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"Together we are on a mission," Delaney said. "We're on a mission to find the America that's been lost, lost through infighting, lost through inaction. We're so much better than this. We're a country that used to do things. We saved the world. We created the American dream for millions of people like myself, the grandson of immigrants, the son of a union electrician who went on to become a successful business leader and create thousands of jobs.

"But we did these things with real solutions, not with impossible promises. Those are the roots that we have to get back to. I'm running for president to solve these problems, to build infrastructure, to fix our broken health care system, to invest in communities that have been left behind, to improve public education.

"I just don't want to be your president to be your president. I want to be your president to do the job. This is not about me. This is about getting America working again."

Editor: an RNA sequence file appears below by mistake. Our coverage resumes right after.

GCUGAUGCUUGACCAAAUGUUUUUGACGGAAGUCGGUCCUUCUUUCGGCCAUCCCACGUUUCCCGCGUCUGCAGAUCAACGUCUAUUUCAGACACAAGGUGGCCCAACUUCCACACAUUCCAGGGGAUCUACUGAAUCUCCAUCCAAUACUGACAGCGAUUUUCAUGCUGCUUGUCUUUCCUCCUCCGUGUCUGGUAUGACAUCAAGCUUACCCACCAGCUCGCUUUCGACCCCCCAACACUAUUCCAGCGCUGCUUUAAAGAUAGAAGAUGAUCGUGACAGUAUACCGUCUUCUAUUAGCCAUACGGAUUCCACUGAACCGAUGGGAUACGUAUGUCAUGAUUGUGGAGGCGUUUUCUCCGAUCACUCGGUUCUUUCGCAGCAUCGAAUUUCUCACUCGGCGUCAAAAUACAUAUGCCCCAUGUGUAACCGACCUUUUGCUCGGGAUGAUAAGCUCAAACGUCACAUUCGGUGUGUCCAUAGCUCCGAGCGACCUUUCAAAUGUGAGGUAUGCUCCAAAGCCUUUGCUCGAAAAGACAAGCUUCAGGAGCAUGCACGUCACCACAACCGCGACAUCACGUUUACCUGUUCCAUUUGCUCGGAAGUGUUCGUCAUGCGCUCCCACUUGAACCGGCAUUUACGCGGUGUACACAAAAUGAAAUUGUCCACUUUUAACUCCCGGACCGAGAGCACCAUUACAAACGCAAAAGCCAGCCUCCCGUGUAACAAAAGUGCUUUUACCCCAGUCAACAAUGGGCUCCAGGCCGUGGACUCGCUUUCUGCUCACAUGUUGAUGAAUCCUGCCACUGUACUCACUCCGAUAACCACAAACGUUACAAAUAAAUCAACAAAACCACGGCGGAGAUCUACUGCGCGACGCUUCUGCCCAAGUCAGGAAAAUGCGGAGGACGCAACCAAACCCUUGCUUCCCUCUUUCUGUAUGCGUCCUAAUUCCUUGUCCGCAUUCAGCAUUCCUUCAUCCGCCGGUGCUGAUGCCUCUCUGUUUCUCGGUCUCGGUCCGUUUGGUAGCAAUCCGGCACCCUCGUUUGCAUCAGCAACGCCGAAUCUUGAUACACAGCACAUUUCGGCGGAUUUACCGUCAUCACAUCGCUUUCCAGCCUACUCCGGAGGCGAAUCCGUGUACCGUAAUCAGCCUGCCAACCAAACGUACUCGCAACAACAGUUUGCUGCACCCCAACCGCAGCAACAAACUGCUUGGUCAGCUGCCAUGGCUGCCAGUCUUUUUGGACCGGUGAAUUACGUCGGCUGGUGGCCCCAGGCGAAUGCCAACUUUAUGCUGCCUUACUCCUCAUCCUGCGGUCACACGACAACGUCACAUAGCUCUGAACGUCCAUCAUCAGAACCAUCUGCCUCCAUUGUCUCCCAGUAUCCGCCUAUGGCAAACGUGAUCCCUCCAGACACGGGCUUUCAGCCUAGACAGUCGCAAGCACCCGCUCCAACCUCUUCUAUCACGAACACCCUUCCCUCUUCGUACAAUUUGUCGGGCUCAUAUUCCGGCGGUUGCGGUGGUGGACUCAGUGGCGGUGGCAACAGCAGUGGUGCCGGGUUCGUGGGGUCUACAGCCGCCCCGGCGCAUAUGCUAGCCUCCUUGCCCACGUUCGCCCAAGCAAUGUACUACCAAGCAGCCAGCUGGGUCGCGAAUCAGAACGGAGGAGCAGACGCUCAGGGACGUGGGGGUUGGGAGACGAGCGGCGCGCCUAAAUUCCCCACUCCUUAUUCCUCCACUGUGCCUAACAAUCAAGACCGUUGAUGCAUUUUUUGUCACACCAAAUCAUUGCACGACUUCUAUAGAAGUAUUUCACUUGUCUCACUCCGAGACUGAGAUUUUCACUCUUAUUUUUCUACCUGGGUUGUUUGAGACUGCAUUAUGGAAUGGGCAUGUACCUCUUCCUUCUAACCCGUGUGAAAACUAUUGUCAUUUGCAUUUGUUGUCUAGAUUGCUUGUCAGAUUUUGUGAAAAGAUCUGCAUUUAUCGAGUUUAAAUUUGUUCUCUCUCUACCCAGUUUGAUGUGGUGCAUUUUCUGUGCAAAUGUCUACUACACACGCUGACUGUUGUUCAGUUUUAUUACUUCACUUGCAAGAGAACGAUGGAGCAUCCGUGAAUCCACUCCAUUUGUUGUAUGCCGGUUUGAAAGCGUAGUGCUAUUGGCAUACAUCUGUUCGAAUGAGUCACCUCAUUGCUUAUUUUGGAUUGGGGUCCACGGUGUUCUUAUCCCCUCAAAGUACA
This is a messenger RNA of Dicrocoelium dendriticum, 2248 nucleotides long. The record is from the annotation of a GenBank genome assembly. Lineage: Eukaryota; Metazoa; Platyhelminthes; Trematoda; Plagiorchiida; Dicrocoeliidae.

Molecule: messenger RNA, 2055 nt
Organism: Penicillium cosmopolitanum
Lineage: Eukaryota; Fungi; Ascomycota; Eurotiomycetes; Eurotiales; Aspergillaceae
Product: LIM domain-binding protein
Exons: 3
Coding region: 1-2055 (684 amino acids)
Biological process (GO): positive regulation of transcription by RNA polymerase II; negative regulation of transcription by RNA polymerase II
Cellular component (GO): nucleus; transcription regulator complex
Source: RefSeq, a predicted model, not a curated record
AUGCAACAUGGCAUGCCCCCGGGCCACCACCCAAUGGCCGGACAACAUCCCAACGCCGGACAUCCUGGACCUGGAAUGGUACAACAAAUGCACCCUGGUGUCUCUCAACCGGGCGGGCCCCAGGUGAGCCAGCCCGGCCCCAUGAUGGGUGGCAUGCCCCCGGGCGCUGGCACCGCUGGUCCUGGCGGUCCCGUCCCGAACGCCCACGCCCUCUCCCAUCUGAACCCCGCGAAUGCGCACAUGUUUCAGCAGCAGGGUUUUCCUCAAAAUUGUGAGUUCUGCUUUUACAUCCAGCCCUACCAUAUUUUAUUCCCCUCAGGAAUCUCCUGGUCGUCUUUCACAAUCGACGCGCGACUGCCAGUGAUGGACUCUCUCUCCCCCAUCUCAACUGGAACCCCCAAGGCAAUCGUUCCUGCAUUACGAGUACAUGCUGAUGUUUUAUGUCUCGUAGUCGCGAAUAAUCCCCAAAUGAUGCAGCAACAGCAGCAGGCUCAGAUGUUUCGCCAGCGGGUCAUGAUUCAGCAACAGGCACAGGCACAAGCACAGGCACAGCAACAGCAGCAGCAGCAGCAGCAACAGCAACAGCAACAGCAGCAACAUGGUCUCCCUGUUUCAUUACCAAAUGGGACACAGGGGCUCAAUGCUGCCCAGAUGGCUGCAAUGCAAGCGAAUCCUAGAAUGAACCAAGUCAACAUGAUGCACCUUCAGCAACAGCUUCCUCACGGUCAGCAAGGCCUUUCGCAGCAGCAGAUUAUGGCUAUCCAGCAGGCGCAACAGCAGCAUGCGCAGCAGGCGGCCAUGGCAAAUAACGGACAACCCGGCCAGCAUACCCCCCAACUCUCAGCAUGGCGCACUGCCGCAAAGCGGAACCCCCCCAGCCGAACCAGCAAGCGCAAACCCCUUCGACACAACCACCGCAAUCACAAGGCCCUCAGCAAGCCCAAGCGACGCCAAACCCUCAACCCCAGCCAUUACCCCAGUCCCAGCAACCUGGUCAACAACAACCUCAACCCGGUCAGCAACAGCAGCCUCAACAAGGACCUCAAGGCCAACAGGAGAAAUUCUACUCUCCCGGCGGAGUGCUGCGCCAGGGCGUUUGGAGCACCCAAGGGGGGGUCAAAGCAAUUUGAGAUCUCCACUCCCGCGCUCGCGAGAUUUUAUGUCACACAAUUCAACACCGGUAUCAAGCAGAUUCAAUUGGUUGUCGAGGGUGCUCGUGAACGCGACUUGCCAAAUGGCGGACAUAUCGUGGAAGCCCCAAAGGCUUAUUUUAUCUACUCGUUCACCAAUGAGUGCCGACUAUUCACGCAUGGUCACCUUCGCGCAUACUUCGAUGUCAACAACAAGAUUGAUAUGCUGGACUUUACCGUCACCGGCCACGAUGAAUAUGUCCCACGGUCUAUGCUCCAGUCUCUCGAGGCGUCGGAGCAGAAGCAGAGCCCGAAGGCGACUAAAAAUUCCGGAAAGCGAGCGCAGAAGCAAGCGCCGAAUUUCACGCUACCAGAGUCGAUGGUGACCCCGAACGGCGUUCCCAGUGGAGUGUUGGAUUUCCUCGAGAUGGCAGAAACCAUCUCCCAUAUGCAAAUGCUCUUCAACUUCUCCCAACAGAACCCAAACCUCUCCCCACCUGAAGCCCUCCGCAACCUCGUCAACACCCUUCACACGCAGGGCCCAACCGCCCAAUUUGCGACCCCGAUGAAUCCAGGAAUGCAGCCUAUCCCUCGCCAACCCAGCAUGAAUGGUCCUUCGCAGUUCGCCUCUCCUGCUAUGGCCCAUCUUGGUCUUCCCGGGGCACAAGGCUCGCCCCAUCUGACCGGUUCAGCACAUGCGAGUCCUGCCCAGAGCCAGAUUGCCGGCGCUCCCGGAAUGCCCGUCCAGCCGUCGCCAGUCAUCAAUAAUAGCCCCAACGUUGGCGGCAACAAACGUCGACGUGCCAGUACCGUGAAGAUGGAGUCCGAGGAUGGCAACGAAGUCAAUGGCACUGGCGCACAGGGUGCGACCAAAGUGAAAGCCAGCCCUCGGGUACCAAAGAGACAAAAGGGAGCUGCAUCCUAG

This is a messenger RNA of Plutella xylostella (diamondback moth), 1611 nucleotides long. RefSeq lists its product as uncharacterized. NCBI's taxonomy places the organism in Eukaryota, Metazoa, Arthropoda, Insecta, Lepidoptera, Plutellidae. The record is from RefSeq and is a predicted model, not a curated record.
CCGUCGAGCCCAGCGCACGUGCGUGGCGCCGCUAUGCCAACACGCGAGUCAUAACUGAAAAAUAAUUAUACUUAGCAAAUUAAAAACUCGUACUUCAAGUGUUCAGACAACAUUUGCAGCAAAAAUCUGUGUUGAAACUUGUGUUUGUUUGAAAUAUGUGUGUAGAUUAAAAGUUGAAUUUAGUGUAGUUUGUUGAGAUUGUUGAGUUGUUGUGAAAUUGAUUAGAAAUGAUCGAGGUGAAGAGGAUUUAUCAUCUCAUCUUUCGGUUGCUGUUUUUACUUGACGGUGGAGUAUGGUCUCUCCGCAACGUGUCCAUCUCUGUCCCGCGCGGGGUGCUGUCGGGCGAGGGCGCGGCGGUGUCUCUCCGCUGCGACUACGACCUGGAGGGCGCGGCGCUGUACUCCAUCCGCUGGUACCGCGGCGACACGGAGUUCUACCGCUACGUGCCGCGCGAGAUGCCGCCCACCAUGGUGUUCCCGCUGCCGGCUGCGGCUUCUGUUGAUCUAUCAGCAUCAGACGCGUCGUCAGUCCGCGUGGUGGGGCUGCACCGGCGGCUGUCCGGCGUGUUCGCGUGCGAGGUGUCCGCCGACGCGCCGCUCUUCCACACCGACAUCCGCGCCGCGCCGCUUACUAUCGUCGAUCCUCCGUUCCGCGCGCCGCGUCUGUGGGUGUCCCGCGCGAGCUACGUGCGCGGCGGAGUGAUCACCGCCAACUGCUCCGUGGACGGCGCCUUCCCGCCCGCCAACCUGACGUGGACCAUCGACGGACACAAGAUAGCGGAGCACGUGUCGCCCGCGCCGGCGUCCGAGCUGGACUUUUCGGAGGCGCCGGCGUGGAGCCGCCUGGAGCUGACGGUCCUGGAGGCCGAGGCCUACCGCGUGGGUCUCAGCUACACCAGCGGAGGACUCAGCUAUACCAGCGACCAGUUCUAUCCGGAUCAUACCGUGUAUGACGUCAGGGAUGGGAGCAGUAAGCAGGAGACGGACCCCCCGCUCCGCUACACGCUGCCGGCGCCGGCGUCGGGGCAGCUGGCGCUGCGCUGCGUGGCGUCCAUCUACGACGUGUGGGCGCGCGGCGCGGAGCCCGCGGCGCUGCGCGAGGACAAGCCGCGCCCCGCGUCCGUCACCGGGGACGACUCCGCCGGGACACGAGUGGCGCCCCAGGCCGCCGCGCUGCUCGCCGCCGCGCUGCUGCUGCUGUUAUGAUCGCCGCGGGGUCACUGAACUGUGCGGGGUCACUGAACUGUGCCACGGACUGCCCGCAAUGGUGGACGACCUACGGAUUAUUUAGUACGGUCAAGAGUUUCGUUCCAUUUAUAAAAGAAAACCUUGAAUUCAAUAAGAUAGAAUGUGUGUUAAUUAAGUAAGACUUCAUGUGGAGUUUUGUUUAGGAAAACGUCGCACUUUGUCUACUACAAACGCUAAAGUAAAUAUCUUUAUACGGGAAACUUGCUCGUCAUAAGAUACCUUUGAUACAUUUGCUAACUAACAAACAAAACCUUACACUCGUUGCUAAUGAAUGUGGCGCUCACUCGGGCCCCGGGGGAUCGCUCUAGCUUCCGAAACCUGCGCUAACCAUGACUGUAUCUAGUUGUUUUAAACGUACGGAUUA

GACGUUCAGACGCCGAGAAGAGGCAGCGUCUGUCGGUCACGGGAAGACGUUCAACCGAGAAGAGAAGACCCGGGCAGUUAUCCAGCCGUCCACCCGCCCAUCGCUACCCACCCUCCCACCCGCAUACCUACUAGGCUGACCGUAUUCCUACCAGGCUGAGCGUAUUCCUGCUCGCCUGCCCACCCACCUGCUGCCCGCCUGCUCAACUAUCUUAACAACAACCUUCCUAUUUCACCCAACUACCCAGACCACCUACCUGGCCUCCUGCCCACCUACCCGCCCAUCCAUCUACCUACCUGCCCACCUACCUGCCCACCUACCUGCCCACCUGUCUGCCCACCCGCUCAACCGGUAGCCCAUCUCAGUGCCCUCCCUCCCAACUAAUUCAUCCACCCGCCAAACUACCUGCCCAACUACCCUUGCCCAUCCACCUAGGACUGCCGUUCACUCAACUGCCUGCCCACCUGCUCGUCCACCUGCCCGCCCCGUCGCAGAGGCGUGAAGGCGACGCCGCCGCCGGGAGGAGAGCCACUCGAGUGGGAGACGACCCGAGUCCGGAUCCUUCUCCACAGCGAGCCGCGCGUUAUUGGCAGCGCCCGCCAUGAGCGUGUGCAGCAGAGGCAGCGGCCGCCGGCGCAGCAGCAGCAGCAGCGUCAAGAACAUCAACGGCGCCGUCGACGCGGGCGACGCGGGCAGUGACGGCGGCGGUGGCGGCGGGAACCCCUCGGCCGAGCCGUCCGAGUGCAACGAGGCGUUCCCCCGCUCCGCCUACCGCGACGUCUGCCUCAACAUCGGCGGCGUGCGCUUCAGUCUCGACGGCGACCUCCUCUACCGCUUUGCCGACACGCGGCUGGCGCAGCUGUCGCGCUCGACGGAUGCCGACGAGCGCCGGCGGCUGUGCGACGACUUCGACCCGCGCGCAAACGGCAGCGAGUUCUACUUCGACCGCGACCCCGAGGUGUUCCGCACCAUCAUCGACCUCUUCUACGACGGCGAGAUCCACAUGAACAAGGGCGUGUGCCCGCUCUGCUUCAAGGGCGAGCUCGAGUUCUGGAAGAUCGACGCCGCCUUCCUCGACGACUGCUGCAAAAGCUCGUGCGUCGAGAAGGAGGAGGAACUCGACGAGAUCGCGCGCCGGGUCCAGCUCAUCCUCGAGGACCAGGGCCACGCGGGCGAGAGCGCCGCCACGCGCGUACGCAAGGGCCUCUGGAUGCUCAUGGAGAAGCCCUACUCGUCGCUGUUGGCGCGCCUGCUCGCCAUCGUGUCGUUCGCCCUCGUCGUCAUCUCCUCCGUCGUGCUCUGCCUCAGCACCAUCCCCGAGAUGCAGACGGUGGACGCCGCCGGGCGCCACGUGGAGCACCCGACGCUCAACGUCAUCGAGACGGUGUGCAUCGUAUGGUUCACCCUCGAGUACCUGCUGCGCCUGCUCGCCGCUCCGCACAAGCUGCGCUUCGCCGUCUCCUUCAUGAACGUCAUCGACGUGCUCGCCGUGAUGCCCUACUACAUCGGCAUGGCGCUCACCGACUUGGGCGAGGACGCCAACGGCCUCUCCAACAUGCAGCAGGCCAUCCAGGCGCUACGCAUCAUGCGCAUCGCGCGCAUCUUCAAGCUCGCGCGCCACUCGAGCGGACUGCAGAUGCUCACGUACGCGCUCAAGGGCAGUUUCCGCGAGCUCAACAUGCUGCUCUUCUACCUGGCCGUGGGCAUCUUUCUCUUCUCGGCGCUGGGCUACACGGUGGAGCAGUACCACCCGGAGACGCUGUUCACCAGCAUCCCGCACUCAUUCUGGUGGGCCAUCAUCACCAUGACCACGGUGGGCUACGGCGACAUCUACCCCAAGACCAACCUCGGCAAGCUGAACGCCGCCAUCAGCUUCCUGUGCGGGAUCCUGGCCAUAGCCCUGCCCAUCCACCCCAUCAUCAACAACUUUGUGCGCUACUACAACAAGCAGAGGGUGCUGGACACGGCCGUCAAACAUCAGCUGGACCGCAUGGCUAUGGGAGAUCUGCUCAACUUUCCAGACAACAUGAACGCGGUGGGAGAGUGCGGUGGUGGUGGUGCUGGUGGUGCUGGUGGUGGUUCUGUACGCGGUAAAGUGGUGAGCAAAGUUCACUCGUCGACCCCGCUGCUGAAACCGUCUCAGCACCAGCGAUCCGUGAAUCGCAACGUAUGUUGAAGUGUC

Elizabeth Warren

On Wednesday night, Warren said, "Thank you. It's a great honor to be here. Never in a million years did I think I would stand on a stage like this. I was born and raised in Oklahoma. I have three older brothers. They all joined the military.

"I had a dream growing up. And my dream was to be a public school teacher. By the time I graduated from high school, my family — my family didn't have the money for a college application, much less a chance for me to go to college."

"But I got my chance. It was a $50 a semester commuter college. That was a little slice of government that created some opportunity for a girl. And it opened my life.